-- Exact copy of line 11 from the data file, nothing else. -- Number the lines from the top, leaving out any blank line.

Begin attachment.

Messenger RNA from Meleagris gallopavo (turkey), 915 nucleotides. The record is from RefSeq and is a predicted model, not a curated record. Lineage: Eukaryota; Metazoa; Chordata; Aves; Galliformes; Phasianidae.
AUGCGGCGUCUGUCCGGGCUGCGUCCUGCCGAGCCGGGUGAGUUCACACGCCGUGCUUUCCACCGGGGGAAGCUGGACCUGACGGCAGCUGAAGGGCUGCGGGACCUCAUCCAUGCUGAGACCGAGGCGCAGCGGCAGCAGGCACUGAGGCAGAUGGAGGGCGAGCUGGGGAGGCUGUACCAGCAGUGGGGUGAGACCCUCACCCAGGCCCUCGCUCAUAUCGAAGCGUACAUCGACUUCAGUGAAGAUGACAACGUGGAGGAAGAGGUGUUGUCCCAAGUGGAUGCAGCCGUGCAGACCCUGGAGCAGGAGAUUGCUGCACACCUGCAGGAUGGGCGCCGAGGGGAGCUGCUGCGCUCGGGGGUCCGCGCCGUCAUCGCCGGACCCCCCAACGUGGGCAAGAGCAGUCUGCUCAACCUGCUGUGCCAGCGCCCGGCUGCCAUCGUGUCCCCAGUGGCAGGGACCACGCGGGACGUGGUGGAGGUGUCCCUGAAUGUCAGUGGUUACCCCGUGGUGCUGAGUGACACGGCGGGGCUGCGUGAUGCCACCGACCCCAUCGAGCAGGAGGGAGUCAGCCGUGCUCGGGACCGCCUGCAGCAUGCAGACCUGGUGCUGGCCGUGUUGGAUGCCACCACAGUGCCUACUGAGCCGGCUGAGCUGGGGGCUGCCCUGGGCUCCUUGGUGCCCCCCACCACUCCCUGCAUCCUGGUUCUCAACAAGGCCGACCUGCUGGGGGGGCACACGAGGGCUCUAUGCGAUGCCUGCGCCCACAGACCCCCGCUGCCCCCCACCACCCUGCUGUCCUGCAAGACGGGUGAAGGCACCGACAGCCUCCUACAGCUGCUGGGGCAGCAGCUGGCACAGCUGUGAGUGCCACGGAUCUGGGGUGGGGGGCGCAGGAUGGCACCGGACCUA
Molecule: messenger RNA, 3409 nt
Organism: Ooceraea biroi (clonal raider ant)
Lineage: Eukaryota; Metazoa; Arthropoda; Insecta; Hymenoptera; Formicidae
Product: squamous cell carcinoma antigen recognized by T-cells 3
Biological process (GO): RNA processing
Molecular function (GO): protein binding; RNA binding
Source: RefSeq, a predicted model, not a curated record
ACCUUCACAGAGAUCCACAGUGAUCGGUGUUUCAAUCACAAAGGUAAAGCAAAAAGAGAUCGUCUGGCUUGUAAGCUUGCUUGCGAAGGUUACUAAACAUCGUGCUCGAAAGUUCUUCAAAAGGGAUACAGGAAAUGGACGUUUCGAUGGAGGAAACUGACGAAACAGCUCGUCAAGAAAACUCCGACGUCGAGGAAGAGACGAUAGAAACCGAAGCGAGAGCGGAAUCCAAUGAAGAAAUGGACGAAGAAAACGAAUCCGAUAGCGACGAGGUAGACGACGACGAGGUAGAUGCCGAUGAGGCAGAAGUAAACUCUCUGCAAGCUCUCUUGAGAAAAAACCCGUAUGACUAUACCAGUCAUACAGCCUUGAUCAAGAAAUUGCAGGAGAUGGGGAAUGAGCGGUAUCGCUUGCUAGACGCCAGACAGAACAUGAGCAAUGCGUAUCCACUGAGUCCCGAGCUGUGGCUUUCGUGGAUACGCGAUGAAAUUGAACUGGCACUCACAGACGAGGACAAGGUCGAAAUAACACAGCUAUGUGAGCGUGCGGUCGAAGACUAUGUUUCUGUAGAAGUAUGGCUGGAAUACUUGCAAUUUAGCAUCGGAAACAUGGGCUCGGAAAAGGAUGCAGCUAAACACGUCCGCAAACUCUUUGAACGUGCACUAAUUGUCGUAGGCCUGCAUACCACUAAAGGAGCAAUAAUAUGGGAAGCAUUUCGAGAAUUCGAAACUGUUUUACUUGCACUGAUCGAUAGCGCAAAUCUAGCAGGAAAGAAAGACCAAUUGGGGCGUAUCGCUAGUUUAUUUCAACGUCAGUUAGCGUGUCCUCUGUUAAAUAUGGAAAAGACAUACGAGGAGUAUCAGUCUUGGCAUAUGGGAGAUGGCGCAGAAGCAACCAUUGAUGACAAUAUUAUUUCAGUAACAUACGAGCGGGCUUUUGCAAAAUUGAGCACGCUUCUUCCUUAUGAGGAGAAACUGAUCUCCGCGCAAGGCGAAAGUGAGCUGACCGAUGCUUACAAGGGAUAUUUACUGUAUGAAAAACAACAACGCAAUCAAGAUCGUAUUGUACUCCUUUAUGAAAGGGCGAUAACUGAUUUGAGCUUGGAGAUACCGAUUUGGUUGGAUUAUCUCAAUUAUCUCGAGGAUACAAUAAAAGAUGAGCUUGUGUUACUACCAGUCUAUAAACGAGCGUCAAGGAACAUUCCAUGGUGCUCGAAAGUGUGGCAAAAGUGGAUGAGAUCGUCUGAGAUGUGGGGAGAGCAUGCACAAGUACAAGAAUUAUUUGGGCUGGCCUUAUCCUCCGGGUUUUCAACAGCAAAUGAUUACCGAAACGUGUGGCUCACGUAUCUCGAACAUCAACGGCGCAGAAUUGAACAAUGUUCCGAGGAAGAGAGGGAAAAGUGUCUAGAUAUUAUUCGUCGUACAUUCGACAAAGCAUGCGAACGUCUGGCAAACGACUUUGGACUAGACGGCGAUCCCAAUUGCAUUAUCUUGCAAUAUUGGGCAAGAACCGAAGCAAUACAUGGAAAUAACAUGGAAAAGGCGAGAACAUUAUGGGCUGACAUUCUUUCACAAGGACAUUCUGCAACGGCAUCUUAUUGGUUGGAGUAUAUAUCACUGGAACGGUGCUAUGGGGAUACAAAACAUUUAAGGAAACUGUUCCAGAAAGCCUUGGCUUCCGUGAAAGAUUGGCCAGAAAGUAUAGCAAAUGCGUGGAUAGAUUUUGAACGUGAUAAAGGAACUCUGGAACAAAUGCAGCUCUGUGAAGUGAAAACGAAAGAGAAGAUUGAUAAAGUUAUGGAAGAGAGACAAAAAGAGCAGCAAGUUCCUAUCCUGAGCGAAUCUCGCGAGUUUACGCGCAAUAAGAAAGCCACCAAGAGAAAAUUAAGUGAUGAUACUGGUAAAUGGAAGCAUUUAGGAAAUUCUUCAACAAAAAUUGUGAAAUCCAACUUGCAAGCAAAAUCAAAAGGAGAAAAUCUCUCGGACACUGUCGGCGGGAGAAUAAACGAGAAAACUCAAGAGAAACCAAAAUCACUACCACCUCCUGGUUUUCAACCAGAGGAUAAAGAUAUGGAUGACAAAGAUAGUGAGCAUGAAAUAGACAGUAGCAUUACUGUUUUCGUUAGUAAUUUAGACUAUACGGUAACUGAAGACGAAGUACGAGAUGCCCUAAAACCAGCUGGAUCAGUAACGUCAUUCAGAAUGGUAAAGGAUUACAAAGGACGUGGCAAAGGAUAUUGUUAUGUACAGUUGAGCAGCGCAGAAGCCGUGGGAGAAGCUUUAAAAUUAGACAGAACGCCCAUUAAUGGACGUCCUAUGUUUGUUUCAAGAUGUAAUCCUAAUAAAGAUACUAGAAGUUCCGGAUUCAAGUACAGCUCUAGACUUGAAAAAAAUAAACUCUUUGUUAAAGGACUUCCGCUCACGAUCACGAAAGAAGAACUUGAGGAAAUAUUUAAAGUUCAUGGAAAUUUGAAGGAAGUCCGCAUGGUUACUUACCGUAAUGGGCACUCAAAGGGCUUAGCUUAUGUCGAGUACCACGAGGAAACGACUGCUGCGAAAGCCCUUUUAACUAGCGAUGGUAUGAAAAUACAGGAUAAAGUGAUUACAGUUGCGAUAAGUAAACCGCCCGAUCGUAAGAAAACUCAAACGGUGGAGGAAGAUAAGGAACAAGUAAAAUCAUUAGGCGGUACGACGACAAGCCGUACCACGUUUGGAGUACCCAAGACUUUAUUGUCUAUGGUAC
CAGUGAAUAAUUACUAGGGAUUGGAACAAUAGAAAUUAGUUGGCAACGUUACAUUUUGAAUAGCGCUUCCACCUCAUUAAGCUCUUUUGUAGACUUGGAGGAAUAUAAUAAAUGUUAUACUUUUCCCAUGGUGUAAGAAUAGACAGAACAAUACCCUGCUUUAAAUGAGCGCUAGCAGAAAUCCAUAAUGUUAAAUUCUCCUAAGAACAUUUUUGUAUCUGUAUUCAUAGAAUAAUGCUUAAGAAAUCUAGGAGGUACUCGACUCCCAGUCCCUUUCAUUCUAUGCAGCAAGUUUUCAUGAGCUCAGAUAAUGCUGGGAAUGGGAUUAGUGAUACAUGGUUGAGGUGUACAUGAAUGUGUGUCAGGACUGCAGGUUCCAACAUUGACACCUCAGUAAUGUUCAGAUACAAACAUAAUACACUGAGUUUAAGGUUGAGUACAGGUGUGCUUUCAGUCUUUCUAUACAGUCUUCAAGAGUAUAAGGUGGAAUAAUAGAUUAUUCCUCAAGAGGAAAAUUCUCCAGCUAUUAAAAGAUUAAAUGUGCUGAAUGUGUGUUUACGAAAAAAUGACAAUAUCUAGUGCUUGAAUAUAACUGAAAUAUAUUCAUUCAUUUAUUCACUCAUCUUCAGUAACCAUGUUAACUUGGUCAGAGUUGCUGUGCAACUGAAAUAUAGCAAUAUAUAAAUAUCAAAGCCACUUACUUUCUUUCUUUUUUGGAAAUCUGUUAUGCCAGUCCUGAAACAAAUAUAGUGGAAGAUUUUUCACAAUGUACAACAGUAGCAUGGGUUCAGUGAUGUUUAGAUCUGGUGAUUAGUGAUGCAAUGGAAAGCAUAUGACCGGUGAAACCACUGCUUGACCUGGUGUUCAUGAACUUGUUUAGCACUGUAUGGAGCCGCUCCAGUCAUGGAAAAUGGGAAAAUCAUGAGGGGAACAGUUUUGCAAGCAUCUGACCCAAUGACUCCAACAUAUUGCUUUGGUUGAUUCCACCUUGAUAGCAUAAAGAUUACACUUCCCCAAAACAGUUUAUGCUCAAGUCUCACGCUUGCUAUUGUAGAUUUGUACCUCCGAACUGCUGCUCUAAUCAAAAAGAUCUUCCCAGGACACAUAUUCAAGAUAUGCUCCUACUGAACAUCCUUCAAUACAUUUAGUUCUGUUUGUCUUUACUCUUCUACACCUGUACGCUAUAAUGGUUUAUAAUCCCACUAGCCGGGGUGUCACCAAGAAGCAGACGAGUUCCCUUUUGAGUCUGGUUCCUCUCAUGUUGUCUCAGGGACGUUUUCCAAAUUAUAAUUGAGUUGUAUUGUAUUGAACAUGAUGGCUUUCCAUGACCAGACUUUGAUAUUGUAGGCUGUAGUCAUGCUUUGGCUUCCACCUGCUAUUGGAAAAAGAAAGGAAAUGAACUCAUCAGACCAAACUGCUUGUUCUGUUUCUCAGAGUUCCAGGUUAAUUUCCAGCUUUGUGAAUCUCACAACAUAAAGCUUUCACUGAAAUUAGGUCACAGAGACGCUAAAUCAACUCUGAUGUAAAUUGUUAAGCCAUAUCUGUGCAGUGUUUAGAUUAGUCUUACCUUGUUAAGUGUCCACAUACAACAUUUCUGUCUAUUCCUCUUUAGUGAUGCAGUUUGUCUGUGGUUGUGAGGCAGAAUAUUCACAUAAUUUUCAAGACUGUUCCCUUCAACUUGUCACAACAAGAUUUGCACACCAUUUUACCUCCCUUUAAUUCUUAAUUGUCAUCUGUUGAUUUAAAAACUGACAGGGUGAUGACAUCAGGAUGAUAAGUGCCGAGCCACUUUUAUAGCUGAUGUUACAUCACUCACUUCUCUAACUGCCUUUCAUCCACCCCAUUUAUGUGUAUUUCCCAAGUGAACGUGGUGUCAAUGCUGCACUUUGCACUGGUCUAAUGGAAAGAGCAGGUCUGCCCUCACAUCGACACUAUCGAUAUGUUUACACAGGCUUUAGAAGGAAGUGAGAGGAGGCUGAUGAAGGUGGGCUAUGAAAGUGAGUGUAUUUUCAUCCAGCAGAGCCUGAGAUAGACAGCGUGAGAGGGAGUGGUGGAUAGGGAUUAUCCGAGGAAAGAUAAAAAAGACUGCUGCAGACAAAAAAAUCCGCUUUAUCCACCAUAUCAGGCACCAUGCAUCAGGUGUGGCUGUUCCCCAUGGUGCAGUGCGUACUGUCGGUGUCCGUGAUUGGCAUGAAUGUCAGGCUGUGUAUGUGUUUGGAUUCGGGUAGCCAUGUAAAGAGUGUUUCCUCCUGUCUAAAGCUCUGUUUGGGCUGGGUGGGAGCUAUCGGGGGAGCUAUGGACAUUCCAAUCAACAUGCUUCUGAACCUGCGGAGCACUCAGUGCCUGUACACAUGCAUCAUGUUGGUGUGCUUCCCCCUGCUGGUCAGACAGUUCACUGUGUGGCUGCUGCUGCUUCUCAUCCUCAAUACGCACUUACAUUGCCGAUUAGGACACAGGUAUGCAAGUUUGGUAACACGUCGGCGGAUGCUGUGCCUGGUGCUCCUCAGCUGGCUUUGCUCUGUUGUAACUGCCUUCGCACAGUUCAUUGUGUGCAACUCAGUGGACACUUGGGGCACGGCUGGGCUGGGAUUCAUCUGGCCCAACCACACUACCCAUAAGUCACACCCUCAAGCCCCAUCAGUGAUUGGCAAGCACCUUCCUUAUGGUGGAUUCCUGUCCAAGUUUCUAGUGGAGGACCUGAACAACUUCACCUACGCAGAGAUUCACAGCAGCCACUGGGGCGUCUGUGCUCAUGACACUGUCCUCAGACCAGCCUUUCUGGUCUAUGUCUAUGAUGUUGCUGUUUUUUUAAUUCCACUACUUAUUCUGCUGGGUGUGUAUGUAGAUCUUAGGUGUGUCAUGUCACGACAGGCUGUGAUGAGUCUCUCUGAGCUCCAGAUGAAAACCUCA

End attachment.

CAGUGAAUAAUUACUAGGGAUUGGAACAAUAGAAAUUAGUUGGCAACGUUACAUUUUGAAUAGCGCUUCCACCUCAUUAAGCUCUUUUGUAGACUUGGAGGAAUAUAAUAAAUGUUAUACUUUUCCCAUGGUGUAAGAAUAGACAGAACAAUACCCUGCUUUAAAUGAGCGCUAGCAGAAAUCCAUAAUGUUAAAUUCUCCUAAGAACAUUUUUGUAUCUGUAUUCAUAGAAUAAUGCUUAAGAAAUCUAGGAGGUACUCGACUCCCAGUCCCUUUCAUUCUAUGCAGCAAGUUUUCAUGAGCUCAGAUAAUGCUGGGAAUGGGAUUAGUGAUACAUGGUUGAGGUGUACAUGAAUGUGUGUCAGGACUGCAGGUUCCAACAUUGACACCUCAGUAAUGUUCAGAUACAAACAUAAUACACUGAGUUUAAGGUUGAGUACAGGUGUGCUUUCAGUCUUUCUAUACAGUCUUCAAGAGUAUAAGGUGGAAUAAUAGAUUAUUCCUCAAGAGGAAAAUUCUCCAGCUAUUAAAAGAUUAAAUGUGCUGAAUGUGUGUUUACGAAAAAAUGACAAUAUCUAGUGCUUGAAUAUAACUGAAAUAUAUUCAUUCAUUUAUUCACUCAUCUUCAGUAACCAUGUUAACUUGGUCAGAGUUGCUGUGCAACUGAAAUAUAGCAAUAUAUAAAUAUCAAAGCCACUUACUUUCUUUCUUUUUUGGAAAUCUGUUAUGCCAGUCCUGAAACAAAUAUAGUGGAAGAUUUUUCACAAUGUACAACAGUAGCAUGGGUUCAGUGAUGUUUAGAUCUGGUGAUUAGUGAUGCAAUGGAAAGCAUAUGACCGGUGAAACCACUGCUUGACCUGGUGUUCAUGAACUUGUUUAGCACUGUAUGGAGCCGCUCCAGUCAUGGAAAAUGGGAAAAUCAUGAGGGGAACAGUUUUGCAAGCAUCUGACCCAAUGACUCCAACAUAUUGCUUUGGUUGAUUCCACCUUGAUAGCAUAAAGAUUACACUUCCCCAAAACAGUUUAUGCUCAAGUCUCACGCUUGCUAUUGUAGAUUUGUACCUCCGAACUGCUGCUCUAAUCAAAAAGAUCUUCCCAGGACACAUAUUCAAGAUAUGCUCCUACUGAACAUCCUUCAAUACAUUUAGUUCUGUUUGUCUUUACUCUUCUACACCUGUACGCUAUAAUGGUUUAUAAUCCCACUAGCCGGGGUGUCACCAAGAAGCAGACGAGUUCCCUUUUGAGUCUGGUUCCUCUCAUGUUGUCUCAGGGACGUUUUCCAAAUUAUAAUUGAGUUGUAUUGUAUUGAACAUGAUGGCUUUCCAUGACCAGACUUUGAUAUUGUAGGCUGUAGUCAUGCUUUGGCUUCCACCUGCUAUUGGAAAAAGAAAGGAAAUGAACUCAUCAGACCAAACUGCUUGUUCUGUUUCUCAGAGUUCCAGGUUAAUUUCCAGCUUUGUGAAUCUCACAACAUAAAGCUUUCACUGAAAUUAGGUCACAGAGACGCUAAAUCAACUCUGAUGUAAAUUGUUAAGCCAUAUCUGUGCAGUGUUUAGAUUAGUCUUACCUUGUUAAGUGUCCACAUACAACAUUUCUGUCUAUUCCUCUUUAGUGAUGCAGUUUGUCUGUGGUUGUGAGGCAGAAUAUUCACAUAAUUUUCAAGACUGUUCCCUUCAACUUGUCACAACAAGAUUUGCACACCAUUUUACCUCCCUUUAAUUCUUAAUUGUCAUCUGUUGAUUUAAAAACUGACAGGGUGAUGACAUCAGGAUGAUAAGUGCCGAGCCACUUUUAUAGCUGAUGUUACAUCACUCACUUCUCUAACUGCCUUUCAUCCACCCCAUUUAUGUGUAUUUCCCAAGUGAACGUGGUGUCAAUGCUGCACUUUGCACUGGUCUAAUGGAAAGAGCAGGUCUGCCCUCACAUCGACACUAUCGAUAUGUUUACACAGGCUUUAGAAGGAAGUGAGAGGAGGCUGAUGAAGGUGGGCUAUGAAAGUGAGUGUAUUUUCAUCCAGCAGAGCCUGAGAUAGACAGCGUGAGAGGGAGUGGUGGAUAGGGAUUAUCCGAGGAAAGAUAAAAAAGACUGCUGCAGACAAAAAAAUCCGCUUUAUCCACCAUAUCAGGCACCAUGCAUCAGGUGUGGCUGUUCCCCAUGGUGCAGUGCGUACUGUCGGUGUCCGUGAUUGGCAUGAAUGUCAGGCUGUGUAUGUGUUUGGAUUCGGGUAGCCAUGUAAAGAGUGUUUCCUCCUGUCUAAAGCUCUGUUUGGGCUGGGUGGGAGCUAUCGGGGGAGCUAUGGACAUUCCAAUCAACAUGCUUCUGAACCUGCGGAGCACUCAGUGCCUGUACACAUGCAUCAUGUUGGUGUGCUUCCCCCUGCUGGUCAGACAGUUCACUGUGUGGCUGCUGCUGCUUCUCAUCCUCAAUACGCACUUACAUUGCCGAUUAGGACACAGGUAUGCAAGUUUGGUAACACGUCGGCGGAUGCUGUGCCUGGUGCUCCUCAGCUGGCUUUGCUCUGUUGUAACUGCCUUCGCACAGUUCAUUGUGUGCAACUCAGUGGACACUUGGGGCACGGCUGGGCUGGGAUUCAUCUGGCCCAACCACACUACCCAUAAGUCACACCCUCAAGCCCCAUCAGUGAUUGGCAAGCACCUUCCUUAUGGUGGAUUCCUGUCCAAGUUUCUAGUGGAGGACCUGAACAACUUCACCUACGCAGAGAUUCACAGCAGCCACUGGGGCGUCUGUGCUCAUGACACUGUCCUCAGACCAGCCUUUCUGGUCUAUGUCUAUGAUGUUGCUGUUUUUUUAAUUCCACUACUUAUUCUGCUGGGUGUGUAUGUAGAUCUUAGGUGUGUCAUGUCACGACAGGCUGUGAUGAGUCUCUCUGAGCUCCAGAUGAAAACCUCA